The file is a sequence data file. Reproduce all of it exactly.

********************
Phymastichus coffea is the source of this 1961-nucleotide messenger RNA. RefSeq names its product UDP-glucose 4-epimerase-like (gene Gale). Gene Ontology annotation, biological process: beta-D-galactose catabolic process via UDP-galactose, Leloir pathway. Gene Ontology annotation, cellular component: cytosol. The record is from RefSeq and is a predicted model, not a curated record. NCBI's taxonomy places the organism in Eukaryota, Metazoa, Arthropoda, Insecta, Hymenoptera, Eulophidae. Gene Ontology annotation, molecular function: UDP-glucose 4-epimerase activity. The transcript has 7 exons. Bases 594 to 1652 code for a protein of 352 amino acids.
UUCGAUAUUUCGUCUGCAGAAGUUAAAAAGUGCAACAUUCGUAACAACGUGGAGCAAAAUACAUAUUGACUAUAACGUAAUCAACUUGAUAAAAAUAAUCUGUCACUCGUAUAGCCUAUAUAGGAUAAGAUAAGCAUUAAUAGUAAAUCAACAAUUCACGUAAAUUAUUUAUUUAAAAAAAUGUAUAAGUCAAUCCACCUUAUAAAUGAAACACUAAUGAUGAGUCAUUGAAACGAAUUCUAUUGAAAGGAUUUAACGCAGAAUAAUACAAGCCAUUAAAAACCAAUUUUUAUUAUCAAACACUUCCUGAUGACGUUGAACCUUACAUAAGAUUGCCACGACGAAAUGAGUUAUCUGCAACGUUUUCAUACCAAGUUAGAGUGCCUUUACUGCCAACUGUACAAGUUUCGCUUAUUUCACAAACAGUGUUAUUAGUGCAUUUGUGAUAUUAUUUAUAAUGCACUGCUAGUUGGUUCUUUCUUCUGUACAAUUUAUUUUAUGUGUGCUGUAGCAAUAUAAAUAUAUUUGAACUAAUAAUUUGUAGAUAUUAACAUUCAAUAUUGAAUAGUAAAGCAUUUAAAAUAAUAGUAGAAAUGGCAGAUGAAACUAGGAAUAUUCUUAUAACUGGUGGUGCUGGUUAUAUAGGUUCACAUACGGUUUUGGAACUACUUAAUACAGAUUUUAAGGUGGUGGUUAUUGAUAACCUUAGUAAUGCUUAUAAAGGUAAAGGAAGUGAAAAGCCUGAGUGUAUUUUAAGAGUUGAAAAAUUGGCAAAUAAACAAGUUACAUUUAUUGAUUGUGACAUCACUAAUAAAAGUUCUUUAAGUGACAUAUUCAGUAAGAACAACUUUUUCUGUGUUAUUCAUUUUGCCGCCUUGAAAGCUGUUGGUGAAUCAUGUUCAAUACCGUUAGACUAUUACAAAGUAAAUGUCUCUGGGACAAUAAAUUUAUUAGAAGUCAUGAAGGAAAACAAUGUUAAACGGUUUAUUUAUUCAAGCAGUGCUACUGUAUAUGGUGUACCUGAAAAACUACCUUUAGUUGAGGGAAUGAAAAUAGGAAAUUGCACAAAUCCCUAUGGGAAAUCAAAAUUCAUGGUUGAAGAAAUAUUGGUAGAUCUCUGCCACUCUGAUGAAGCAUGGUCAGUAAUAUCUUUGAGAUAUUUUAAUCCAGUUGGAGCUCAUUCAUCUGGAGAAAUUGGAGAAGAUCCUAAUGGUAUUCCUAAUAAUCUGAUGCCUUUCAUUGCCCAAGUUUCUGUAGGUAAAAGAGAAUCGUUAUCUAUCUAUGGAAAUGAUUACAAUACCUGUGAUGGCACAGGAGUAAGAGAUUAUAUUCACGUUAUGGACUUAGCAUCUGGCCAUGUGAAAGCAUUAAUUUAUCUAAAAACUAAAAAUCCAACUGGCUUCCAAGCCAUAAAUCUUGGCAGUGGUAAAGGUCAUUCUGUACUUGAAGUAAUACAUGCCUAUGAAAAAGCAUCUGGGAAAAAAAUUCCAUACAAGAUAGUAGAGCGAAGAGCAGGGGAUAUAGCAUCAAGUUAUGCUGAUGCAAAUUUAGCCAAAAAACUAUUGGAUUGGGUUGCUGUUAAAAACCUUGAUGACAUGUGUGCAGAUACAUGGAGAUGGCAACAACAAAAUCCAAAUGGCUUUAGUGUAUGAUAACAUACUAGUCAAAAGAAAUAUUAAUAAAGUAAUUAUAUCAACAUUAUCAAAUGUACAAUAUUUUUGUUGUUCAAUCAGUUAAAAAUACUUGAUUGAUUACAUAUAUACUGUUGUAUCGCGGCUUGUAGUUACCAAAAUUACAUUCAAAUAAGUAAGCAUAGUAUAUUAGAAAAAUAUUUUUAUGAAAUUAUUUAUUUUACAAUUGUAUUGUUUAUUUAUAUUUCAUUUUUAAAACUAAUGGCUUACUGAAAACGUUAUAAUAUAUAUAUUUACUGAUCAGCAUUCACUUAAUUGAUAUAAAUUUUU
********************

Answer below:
Phymastichus coffea is the source of this 1961-nucleotide messenger RNA. RefSeq names its product UDP-glucose 4-epimerase-like (gene Gale). Gene Ontology annotation, biological process: beta-D-galactose catabolic process via UDP-galactose, Leloir pathway. Gene Ontology annotation, cellular component: cytosol. The record is from RefSeq and is a predicted model, not a curated record. NCBI's taxonomy places the organism in Eukaryota, Metazoa, Arthropoda, Insecta, Hymenoptera, Eulophidae. Gene Ontology annotation, molecular function: UDP-glucose 4-epimerase activity. The transcript has 7 exons. Bases 594 to 1652 code for a protein of 352 amino acids.
UUCGAUAUUUCGUCUGCAGAAGUUAAAAAGUGCAACAUUCGUAACAACGUGGAGCAAAAUACAUAUUGACUAUAACGUAAUCAACUUGAUAAAAAUAAUCUGUCACUCGUAUAGCCUAUAUAGGAUAAGAUAAGCAUUAAUAGUAAAUCAACAAUUCACGUAAAUUAUUUAUUUAAAAAAAUGUAUAAGUCAAUCCACCUUAUAAAUGAAACACUAAUGAUGAGUCAUUGAAACGAAUUCUAUUGAAAGGAUUUAACGCAGAAUAAUACAAGCCAUUAAAAACCAAUUUUUAUUAUCAAACACUUCCUGAUGACGUUGAACCUUACAUAAGAUUGCCACGACGAAAUGAGUUAUCUGCAACGUUUUCAUACCAAGUUAGAGUGCCUUUACUGCCAACUGUACAAGUUUCGCUUAUUUCACAAACAGUGUUAUUAGUGCAUUUGUGAUAUUAUUUAUAAUGCACUGCUAGUUGGUUCUUUCUUCUGUACAAUUUAUUUUAUGUGUGCUGUAGCAAUAUAAAUAUAUUUGAACUAAUAAUUUGUAGAUAUUAACAUUCAAUAUUGAAUAGUAAAGCAUUUAAAAUAAUAGUAGAAAUGGCAGAUGAAACUAGGAAUAUUCUUAUAACUGGUGGUGCUGGUUAUAUAGGUUCACAUACGGUUUUGGAACUACUUAAUACAGAUUUUAAGGUGGUGGUUAUUGAUAACCUUAGUAAUGCUUAUAAAGGUAAAGGAAGUGAAAAGCCUGAGUGUAUUUUAAGAGUUGAAAAAUUGGCAAAUAAACAAGUUACAUUUAUUGAUUGUGACAUCACUAAUAAAAGUUCUUUAAGUGACAUAUUCAGUAAGAACAACUUUUUCUGUGUUAUUCAUUUUGCCGCCUUGAAAGCUGUUGGUGAAUCAUGUUCAAUACCGUUAGACUAUUACAAAGUAAAUGUCUCUGGGACAAUAAAUUUAUUAGAAGUCAUGAAGGAAAACAAUGUUAAACGGUUUAUUUAUUCAAGCAGUGCUACUGUAUAUGGUGUACCUGAAAAACUACCUUUAGUUGAGGGAAUGAAAAUAGGAAAUUGCACAAAUCCCUAUGGGAAAUCAAAAUUCAUGGUUGAAGAAAUAUUGGUAGAUCUCUGCCACUCUGAUGAAGCAUGGUCAGUAAUAUCUUUGAGAUAUUUUAAUCCAGUUGGAGCUCAUUCAUCUGGAGAAAUUGGAGAAGAUCCUAAUGGUAUUCCUAAUAAUCUGAUGCCUUUCAUUGCCCAAGUUUCUGUAGGUAAAAGAGAAUCGUUAUCUAUCUAUGGAAAUGAUUACAAUACCUGUGAUGGCACAGGAGUAAGAGAUUAUAUUCACGUUAUGGACUUAGCAUCUGGCCAUGUGAAAGCAUUAAUUUAUCUAAAAACUAAAAAUCCAACUGGCUUCCAAGCCAUAAAUCUUGGCAGUGGUAAAGGUCAUUCUGUACUUGAAGUAAUACAUGCCUAUGAAAAAGCAUCUGGGAAAAAAAUUCCAUACAAGAUAGUAGAGCGAAGAGCAGGGGAUAUAGCAUCAAGUUAUGCUGAUGCAAAUUUAGCCAAAAAACUAUUGGAUUGGGUUGCUGUUAAAAACCUUGAUGACAUGUGUGCAGAUACAUGGAGAUGGCAACAACAAAAUCCAAAUGGCUUUAGUGUAUGAUAACAUACUAGUCAAAAGAAAUAUUAAUAAAGUAAUUAUAUCAACAUUAUCAAAUGUACAAUAUUUUUGUUGUUCAAUCAGUUAAAAAUACUUGAUUGAUUACAUAUAUACUGUUGUAUCGCGGCUUGUAGUUACCAAAAUUACAUUCAAAUAAGUAAGCAUAGUAUAUUAGAAAAAUAUUUUUAUGAAAUUAUUUAUUUUACAAUUGUAUUGUUUAUUUAUAUUUCAUUUUUAAAACUAAUGGCUUACUGAAAACGUUAUAAUAUAUAUAUUUACUGAUCAGCAUUCACUUAAUUGAUAUAAAUUUUU